Image of the March 2011 Wilderness Magazine Cover Read more articles from the
March 2011 Issue
Home / Articles / Wild Trips

Back to the U

U Pass from Mistake Creek
Grade
Moderate/Difficult
Access
Signposted on State Highway 94, 4km before Cascade Creek
Map
D41

U Pass, Fiordland National Park

Twenty eight years is a long time to wait for a second crack at a thwarted trip, and so I was pleased to finally be heading for U Pass in Fiordland, particularly with a good weather forecast. The pass connects Mistake Creek and Hut Creek, tributaries of the Eglinton that lie in the Earl Mountains. It’s a few kilometres north of Dore Pass, which gives access from the Milford Road to Glade House on the Milford Track.

From the car park, the track descends through the forest towards the Eglinton River. There is obviously a fair amount of pest control work going on as there are lots of traplines.

We crossed the Eglinton on a walkwire and then made our way to a sign where the track splits to provide access to the two valleys. We were tackling Mistake Creek first. The well-marked track climbs steadily, initially away from the stream before returning to cross it. This was the point that I’d turned back from in the 1980s as the river was high and the party inexperienced. There’s been at least one fatality at this spot in the intervening years.

When the vegetation started to thin out, we had our first view of Mt Ngatimamoe, an impressive rock pyramid. Soon, we were out of the bush and negotiating flats sprinkled with boulders and scrub that slowed our travel. A left turn took us into the major tributary of Mistake Creek and our first view of the infamous waterfall. A bit of boulder-hopping upstream brought us close to the base of the fall. Moirs describes two routes – one on the true right requiring ‘care and confidence’; the other on the true left described as ‘a natural rock staircase [which] provides easy if highly improbable travel’. We chose the latter, although two of us found one move (assuming that we were on the route) to be more at the highly improbable end of the spectrum than easy. With that out of the way, we progressed through more scrubby boulders – or boulder scrub – to the lip of the hanging valley above the falls. This gave us our first look at the pass as well as a sighting of some chamois frolicking across some old snow at the head of the basin.

The ascent to the pass was a straightforward and direct haul of 200m. The pass itself is an impressive notch between two vertical walls. It is part of the Skelmorlie fault, which our eyes could follow to the north and to the south. The southern manifestation is Glade Pass on the far side of Hut Creek. This provides access to Glade House and thus a round trip linking with Dore Pass, but has a reputation for increasing difficulty caused by erosion.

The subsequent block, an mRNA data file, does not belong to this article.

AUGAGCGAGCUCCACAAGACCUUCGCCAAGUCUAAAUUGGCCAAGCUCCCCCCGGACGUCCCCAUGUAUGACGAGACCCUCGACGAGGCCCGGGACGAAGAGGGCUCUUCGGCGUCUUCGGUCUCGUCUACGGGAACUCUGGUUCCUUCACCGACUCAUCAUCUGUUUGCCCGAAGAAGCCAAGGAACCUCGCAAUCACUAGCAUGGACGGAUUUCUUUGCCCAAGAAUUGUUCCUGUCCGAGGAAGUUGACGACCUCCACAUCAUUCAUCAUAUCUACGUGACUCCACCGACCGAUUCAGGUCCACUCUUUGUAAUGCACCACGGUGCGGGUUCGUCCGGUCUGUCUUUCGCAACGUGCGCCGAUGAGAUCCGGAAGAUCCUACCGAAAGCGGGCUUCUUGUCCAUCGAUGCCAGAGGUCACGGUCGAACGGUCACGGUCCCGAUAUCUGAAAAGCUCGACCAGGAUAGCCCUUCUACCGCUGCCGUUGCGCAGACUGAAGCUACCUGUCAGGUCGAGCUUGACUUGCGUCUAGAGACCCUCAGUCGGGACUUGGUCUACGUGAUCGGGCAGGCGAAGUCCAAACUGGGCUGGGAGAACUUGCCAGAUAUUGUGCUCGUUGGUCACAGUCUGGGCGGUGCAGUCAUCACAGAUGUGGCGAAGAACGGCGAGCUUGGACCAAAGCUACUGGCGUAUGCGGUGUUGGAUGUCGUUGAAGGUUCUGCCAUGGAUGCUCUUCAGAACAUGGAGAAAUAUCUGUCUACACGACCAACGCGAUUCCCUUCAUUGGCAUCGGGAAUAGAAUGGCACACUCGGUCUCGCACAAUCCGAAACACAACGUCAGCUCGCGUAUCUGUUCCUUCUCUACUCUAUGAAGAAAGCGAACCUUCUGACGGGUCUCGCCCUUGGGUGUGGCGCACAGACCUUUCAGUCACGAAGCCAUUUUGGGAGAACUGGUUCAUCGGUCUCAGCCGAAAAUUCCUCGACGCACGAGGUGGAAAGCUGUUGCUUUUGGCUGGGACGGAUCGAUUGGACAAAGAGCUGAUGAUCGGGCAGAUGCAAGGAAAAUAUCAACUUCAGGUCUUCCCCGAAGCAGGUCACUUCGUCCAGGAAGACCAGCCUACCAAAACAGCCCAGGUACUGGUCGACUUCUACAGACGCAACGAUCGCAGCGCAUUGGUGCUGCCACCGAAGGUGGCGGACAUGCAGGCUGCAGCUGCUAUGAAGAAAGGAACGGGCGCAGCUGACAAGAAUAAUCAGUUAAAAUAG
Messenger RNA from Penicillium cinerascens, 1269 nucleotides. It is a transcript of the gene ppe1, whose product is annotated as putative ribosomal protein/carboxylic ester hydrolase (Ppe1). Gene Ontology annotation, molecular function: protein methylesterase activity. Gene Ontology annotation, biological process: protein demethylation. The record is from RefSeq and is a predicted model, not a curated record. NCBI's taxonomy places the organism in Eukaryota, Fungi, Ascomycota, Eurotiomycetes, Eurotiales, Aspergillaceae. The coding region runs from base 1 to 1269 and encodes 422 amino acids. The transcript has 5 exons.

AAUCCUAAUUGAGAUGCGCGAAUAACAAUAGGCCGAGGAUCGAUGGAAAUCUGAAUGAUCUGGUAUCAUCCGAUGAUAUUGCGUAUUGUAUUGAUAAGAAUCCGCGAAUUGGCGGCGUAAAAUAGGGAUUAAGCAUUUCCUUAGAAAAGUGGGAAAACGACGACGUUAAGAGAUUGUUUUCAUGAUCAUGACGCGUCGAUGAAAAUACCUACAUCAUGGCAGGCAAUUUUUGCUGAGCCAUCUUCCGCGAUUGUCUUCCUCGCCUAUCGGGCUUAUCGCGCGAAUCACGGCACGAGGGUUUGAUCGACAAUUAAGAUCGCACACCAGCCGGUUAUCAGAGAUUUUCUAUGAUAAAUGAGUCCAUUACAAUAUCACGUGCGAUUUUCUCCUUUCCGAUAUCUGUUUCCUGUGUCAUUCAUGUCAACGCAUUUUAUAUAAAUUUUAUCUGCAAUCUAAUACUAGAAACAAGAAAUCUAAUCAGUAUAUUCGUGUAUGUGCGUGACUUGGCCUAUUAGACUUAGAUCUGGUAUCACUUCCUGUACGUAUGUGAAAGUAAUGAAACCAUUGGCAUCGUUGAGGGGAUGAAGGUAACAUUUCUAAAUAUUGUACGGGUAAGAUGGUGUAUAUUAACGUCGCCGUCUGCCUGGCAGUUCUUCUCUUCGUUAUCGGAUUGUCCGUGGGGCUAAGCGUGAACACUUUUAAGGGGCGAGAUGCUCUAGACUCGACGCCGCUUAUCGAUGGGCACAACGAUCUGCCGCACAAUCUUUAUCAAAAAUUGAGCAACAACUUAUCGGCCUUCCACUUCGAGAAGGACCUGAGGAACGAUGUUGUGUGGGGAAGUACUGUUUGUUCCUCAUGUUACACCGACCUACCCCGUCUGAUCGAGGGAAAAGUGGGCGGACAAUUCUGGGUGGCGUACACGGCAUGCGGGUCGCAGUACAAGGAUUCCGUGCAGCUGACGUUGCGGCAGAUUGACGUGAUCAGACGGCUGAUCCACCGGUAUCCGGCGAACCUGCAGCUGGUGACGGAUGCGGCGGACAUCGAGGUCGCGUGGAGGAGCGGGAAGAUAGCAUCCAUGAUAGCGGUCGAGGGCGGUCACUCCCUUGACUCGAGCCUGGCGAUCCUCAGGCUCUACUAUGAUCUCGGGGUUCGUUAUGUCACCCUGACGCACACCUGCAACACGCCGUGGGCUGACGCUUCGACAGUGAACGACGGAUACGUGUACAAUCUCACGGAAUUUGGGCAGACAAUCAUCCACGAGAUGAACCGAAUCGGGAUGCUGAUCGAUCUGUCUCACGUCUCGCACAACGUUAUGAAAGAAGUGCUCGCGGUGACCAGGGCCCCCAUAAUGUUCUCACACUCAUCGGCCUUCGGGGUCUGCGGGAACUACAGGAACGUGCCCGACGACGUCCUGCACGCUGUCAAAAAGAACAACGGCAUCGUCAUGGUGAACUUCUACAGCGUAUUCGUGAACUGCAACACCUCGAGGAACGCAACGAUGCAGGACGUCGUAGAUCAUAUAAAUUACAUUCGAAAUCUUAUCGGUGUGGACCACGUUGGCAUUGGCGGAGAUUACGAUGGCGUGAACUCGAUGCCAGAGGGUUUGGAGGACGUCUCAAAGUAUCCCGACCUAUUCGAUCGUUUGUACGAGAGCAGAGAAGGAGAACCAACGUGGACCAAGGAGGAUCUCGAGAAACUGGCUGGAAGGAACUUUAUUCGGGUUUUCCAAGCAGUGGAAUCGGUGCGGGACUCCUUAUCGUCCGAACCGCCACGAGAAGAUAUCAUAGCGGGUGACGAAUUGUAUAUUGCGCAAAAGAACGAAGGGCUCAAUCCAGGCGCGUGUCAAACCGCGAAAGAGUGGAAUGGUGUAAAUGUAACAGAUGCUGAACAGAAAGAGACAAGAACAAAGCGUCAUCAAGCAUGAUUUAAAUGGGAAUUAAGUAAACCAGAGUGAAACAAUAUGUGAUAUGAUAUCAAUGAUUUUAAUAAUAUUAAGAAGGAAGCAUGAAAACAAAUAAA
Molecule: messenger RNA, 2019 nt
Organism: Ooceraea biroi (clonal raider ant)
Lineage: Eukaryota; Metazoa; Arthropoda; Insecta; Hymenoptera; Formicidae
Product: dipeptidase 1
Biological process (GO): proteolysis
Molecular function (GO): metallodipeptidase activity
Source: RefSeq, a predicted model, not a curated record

For us, the next phase was a sharp 500m descent down a rocky gut. For me, a steep descent is a time-consuming thing, and I think I was half an hour behind my companions at the bottom. However, we’d planned to camp there so it wasn’t a problem. The campsite choice was limited by the fact that the bed of Hut Creek was dry right across the flats. But we were able to get water where a small waterfall tumbled over a headwall, so that’s where we pitched the tents.

Overnight rain had cleared by the time we were up and about. We knew we had a short day, so took a quick stroll up into the upper basin before heading downstream in the dry bed. At the bottom of the flats a track with a well marked entrance bypasses a section where the stream drops sharply (and with water apparent) and leads to another flat.

When the track at the bottom of the lower flat wasn’t as obvious as the previous one had been, collectively, and in most cases individually, we should have had the wit to realise that the sensible thing was to keep looking. But the terrain was sort of OK, the weather was great and we had time up our sleeves. Subconsciously, we probably didn’t want to spend longer than we had to feeding the sandflies by SH94. So we bush bashed. In days gone by, I was an enthusiastic off track bush basher. These days I think of Kelvin Lloyd’s definition in his book 45 Years of Antics: ‘the bush does the bashing’. We had, however, agreed that a major tributary would be the limit of this folly, as the main stream drops much more sharply from there and the risk of getting bluffed would be real.

Eventually we reached the side stream, where a lunch break – much needed after the morning’s exertions – was taken. The track was then located and was easily followed down to the Eglinton Flats. We splashed across two channels of Mistake Creek and then decided that the Eglinton was low enough to make the detour to the walkwire unnecessary. Five minutes later we were sitting by the road being photographed by tourists and avoiding sandflies.

Get unlimited access

Browse all articles, trips, gear reviews and buyer’s guides for as little as $6.50/month.

Subscribe now

Already a subscriber? Login Now